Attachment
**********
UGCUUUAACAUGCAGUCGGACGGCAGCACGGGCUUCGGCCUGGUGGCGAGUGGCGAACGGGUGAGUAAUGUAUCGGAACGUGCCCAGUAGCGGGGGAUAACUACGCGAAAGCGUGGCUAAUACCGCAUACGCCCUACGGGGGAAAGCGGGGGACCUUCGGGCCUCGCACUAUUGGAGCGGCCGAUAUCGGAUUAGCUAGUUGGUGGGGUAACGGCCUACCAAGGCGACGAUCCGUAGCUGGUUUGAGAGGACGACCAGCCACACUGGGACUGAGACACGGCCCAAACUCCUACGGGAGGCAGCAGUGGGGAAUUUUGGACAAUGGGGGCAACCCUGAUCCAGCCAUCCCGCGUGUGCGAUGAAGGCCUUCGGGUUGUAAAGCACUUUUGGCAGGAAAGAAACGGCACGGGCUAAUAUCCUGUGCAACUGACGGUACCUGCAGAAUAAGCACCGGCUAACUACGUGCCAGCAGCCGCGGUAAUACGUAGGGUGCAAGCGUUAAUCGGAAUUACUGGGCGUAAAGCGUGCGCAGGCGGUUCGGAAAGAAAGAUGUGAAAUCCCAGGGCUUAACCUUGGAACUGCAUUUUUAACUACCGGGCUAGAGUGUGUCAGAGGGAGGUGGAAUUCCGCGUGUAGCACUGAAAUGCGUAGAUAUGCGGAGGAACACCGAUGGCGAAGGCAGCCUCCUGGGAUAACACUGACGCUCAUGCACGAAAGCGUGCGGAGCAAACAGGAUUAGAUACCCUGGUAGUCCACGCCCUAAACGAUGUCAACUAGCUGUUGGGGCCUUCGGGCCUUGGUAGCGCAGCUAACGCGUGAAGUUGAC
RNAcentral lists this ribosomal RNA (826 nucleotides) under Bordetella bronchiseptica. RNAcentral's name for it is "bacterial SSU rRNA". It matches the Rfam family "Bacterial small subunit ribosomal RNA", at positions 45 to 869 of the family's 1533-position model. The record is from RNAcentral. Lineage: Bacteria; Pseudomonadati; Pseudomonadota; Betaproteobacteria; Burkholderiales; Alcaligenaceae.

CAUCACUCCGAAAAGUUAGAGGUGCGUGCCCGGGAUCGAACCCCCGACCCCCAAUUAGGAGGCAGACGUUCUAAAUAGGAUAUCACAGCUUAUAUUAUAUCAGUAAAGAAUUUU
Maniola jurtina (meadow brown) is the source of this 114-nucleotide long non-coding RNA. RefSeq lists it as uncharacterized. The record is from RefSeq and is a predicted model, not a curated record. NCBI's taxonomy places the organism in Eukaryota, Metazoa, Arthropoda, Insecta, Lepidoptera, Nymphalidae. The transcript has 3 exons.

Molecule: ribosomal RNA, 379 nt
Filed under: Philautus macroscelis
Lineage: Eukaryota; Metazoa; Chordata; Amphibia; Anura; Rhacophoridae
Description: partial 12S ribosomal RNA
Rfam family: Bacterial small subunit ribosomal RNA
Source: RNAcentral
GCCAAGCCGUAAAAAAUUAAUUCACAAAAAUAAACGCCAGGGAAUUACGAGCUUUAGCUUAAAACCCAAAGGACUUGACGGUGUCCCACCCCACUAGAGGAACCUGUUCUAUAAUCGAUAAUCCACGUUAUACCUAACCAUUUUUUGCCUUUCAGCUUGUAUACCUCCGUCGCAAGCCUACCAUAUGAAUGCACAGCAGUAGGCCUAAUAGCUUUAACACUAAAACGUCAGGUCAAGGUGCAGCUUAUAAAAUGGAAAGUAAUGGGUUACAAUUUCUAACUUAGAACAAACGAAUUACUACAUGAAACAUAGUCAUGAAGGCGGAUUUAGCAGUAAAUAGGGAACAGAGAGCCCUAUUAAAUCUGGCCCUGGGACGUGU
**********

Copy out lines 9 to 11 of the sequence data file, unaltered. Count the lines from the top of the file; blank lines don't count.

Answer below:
Rfam family: Bacterial small subunit ribosomal RNA
Source: RNAcentral
GCCAAGCCGUAAAAAAUUAAUUCACAAAAAUAAACGCCAGGGAAUUACGAGCUUUAGCUUAAAACCCAAAGGACUUGACGGUGUCCCACCCCACUAGAGGAACCUGUUCUAUAAUCGAUAAUCCACGUUAUACCUAACCAUUUUUUGCCUUUCAGCUUGUAUACCUCCGUCGCAAGCCUACCAUAUGAAUGCACAGCAGUAGGCCUAAUAGCUUUAACACUAAAACGUCAGGUCAAGGUGCAGCUUAUAAAAUGGAAAGUAAUGGGUUACAAUUUCUAACUUAGAACAAACGAAUUACUACAUGAAACAUAGUCAUGAAGGCGGAUUUAGCAGUAAAUAGGGAACAGAGAGCCCUAUUAAAUCUGGCCCUGGGACGUGU